By Leslie Criss/NEMS Daily Journal
“My mother had a great deal of trouble with me, but I think she enjoyed it.”
– Mark Twain
“Love is the condition in which the happiness of another person is essential to your own.”
– Robert Heinlein
“Who, being loved, is poor?”
– Oscar Wilde
She was my very first valentine. It seems only fitting, since she loved me even before I entered this world.
For nine months she carried me in close proximity to her heart as she prepared for my arrival. I’m sure it was a time of great anxiety for her as she awaited the birth of her first child 1,500 miles away from her own mother in Arizona.
Much well-meaning advice and guidance came from her mother-in-law and a few of her husband’s aunts.
The story of my birth is one I’ve heard many times through the years.
While I was wrapped snuggly in the nursery, being nuzzled by nurses, my mother lay alone in a hospital room in an under-renovation wing of the red-brick Grenada hospital. Her call button was not functioning and not one nurse checked on her during the night.
Apparently, back in the dark ages when I came to be, folks didn’t hang out in hospital rooms overnight with patients. It was no fault of mine, but I’m glad my mother still wanted me after all that negligence suffered at the hands of that old hospital.
She continued to love me through my crankiness caused by colic.
And when it became crystal clear I’d not gotten any of her genes to gently guide me to pick up a paintbrush and a palette, it didn’t seem to matter. If she was disappointed I was not born to be an artist like she was, it never showed.
For years, through kindergarten and early elementary school, when it got to be February, I’d begin to feel queasy. I knew what was coming.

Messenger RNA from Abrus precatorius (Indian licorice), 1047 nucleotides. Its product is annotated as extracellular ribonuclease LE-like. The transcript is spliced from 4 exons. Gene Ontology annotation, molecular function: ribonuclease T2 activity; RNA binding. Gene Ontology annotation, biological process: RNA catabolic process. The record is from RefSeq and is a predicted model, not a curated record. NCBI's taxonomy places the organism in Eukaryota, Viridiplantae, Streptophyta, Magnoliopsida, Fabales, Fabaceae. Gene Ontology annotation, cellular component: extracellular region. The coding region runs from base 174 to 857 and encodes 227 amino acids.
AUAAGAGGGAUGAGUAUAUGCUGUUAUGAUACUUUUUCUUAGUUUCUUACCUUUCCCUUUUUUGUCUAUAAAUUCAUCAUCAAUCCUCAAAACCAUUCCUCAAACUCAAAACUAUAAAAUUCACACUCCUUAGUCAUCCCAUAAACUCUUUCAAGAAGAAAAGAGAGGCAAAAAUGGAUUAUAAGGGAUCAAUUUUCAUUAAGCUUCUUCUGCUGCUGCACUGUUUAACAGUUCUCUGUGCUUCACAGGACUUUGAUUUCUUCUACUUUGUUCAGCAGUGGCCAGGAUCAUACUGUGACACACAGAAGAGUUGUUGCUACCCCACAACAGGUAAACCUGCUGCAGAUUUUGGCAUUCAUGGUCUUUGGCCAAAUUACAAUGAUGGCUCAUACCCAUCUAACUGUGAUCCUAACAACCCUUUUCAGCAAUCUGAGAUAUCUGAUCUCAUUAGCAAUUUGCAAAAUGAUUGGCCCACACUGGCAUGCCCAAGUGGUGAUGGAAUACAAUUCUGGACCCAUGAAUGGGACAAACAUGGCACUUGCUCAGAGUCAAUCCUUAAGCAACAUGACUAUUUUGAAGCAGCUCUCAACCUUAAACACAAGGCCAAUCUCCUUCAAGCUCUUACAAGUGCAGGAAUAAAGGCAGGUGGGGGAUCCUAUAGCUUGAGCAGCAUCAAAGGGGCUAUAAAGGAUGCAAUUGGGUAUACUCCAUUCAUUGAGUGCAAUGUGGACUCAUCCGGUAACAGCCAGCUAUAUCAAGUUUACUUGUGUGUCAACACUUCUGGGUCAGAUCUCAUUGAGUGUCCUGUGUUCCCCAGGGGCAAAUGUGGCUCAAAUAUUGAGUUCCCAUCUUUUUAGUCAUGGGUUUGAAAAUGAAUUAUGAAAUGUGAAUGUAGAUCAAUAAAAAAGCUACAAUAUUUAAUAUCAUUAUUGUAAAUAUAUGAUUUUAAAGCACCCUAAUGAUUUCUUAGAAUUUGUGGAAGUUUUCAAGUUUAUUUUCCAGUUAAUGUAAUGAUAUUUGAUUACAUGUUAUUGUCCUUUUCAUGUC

A teacher would inevitably hand out to my classmates and me red construction paper, scissors, paste, a white doily and then volunteer vague instructions on turning it all into something heart-shaped and lovely.
No matter how hard I tried, my offering always fell way left of lovely, with gooey glumps of paste turning my doily into a wet and wrinkled mess. And heart-shaped? That was a matter of perception.
But, you know what? Not long ago, in a box filled with mementos from my childhood, I found one of those dastardly creations. My mama had, with great care, held onto my heart.
The little things matter
She was always forgiving of any foolishness in which I might have found myself. Most of the time, her admonition was limited to a gentle scolding.
She allowed me the freedom to find myself, no matter where that search took me and no matter the enormity of her anxiety.
One Sunday evening before a long-ago Christmas, my mother drove the two of us to our church of the Episcopal kind to see the Nativity pageant. As we got out of the car, she took my hand, but as we walked toward the church we were told we’d missed it. It had been earlier than my mother thought.
So determined was she that I not be disappointed, she drove down the street and took me to the Christmas musical performed by our Baptist brethren.
It seems a silly thing to remember, but it’s one of my fondest memories of my mama and me.
It’s the little things.
And I’m remembering today that she was, indeed, my very first valentine.
I hope she remembers, too.
Happy hearts day.
Contact Leslie Criss at firstname.lastname@example.org or (662) 678-1584.